Debitum in praesenti, solvendum in futuro – Legal Maxim

Literal Meaning

A present debt is to be discharged in the future.


The maxim lays down the difference between a case where there is an existing debt, the payment of which is deferred and a case where both debt and its payment rest in the future. The maxim deals with cases where the debt has become due but is payable in the future. The Latin adage Debitum in praesenti, solvendum in futuro establishes the fact- that while an action may be brought on a debt due at present, no action lies in the case if a debt due in future until it becomes due. A debt or obligation is complete when contracted, but of which the performance cannot be required till some future period.

This maxim finds its importance in civil laws relating to debt and indemnity.


The age old maxim Debitum in praesenti, solvendum in futuro is a Latin phrase relating to civil and contract laws, meaning, a debt due in the present is to be paid in the future.


In case of tenancy the rent of a particular month becomes due at the beginning of the next month, i.e. the rent of the month of January will be due on the 1st of February. But if there exists an agreement and under the agreement of tenancy, rent is payable on the 15th of the following month, the rent for January becomes due on February 1, but is payable on February 15. This shows that the debt has become due but is payable in the future- Debitum in praesenti, solvendum in futuro.

A liability on an unmatured bill of exchange is also an example of a present debt but payable in the future.

An exception to the rule is when a sum is payable upon a contingency does not become a debt until the said contingency has happened. A liability to pay income tax is a present liability though it becomes payable after it is quantified in accordance with ascertainable data.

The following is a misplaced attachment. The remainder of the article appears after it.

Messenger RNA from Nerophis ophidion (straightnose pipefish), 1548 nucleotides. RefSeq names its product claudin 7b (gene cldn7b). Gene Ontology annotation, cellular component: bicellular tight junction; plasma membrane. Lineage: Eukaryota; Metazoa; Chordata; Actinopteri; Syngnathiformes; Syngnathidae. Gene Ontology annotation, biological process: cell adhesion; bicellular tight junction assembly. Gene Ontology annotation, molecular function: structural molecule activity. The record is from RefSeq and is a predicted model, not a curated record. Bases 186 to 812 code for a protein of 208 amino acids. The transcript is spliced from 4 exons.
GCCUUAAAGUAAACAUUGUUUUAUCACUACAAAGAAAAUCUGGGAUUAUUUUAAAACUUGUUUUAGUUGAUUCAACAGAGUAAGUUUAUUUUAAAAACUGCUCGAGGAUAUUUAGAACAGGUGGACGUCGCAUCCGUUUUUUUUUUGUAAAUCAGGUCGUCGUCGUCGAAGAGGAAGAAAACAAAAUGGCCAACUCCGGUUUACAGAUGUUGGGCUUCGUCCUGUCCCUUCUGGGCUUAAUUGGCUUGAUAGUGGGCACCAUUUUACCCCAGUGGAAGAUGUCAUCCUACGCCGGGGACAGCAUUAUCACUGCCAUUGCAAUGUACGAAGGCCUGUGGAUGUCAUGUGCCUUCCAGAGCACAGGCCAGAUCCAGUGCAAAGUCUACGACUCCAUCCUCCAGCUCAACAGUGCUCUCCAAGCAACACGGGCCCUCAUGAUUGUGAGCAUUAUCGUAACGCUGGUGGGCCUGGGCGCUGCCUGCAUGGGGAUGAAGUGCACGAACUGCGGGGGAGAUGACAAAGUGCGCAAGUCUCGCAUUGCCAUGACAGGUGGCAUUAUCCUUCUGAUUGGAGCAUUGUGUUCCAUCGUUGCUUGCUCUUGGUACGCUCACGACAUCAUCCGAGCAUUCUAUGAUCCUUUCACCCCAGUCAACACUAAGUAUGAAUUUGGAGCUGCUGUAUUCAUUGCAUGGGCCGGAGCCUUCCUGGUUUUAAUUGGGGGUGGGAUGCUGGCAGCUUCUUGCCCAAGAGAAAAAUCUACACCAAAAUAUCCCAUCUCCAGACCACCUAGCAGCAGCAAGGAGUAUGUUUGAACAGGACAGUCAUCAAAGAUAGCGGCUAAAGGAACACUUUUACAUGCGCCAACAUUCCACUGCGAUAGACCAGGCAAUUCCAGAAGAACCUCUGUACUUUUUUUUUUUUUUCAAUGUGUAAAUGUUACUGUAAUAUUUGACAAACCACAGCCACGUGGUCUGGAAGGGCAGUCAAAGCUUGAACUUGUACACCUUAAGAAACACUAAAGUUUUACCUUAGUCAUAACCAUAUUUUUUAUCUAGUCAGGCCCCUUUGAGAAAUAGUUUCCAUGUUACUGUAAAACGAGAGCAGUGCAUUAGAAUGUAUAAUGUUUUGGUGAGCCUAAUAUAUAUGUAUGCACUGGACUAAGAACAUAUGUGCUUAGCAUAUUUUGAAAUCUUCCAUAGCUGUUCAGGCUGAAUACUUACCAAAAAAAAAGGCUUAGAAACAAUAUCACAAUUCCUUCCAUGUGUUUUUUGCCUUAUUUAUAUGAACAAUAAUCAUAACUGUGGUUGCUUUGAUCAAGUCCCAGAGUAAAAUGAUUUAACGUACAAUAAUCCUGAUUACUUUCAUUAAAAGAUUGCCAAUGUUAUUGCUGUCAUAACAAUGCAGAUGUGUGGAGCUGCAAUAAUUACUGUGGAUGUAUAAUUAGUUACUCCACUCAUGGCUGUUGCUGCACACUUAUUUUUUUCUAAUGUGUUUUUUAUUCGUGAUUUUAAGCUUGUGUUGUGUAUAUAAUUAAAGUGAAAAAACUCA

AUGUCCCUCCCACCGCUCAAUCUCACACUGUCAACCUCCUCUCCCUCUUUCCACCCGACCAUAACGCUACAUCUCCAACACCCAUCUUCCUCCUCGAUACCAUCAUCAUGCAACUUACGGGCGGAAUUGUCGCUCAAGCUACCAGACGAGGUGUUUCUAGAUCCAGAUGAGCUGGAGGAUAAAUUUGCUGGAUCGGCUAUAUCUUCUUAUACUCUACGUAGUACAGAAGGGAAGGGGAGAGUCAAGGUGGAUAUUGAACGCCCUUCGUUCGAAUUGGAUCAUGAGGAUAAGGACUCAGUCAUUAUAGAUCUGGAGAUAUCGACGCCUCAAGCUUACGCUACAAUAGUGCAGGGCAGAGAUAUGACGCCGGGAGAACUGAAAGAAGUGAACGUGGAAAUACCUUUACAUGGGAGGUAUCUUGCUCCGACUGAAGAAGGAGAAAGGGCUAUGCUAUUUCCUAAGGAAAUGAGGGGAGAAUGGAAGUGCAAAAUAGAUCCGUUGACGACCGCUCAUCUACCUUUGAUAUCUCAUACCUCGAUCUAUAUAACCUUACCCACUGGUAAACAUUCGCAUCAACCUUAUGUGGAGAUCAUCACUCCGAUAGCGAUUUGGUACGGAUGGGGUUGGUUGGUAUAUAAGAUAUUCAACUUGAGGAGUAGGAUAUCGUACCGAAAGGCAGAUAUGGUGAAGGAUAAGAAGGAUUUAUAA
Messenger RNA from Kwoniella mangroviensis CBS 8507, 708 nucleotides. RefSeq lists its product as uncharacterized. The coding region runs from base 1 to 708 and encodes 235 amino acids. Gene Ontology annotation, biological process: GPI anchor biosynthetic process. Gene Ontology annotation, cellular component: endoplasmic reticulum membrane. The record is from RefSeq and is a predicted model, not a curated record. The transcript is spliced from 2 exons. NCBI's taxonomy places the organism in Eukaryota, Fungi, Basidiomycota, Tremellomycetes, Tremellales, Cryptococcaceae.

Case Reference

In the case of Webb v. Stenton[1], the court held, “A debt is a sum of money which is now payabe or will become payable in the future by reason of present obligation.”

A similar opinion was held by the Supreme Court of India in Kesoram Industries and Cotton Mills Ltd. v Commissioner of Wealth Tax (Central) Calcutta[2] where it stated that a debt is a present obligation to pay an ascertainable sum of money, whether the amount is payable in praesenti or in future, debitum in praesenti, solvendum in futuro.

In Leggett v. Bank of Sing Sing[3], it was established that there exists a distinction between debts which will mature for payments in future and contingent liabilities.

In the case of Martin v. Court[4], the plaintiff Martin was the surety for the defendant Court in a bond dated 5th July 1786, with a condition to pay a certain sum of money with interest on 5th July 1786. Court gave Martin an absolute bond, dated 6th July 1786, condition to pay him the same sum of money on 4th July 1787. There was a memorandum endorsed on the back that it was intended as indemnity for the other bond. Court became bankrupt in April 1787 and obtained a certificate for it. Martin brought action of debt on the bond given to him, to which the defendant pleaded his bankruptcy. The Court held that this is an absolute bond payable to the plaintiff at all events; it was debitum in praesenti, solvendum in futuro.

Edited by Vigneshwar Ramasubramania

Approved & Published – Sakshi Raje


[1] (1883) 11 QBD 518 

[2] 1966 AIR 1370, 1966 SCR (2) 688

[3] 24 N.Y. 283. 291

[4] 2 T.R. 640. 1788.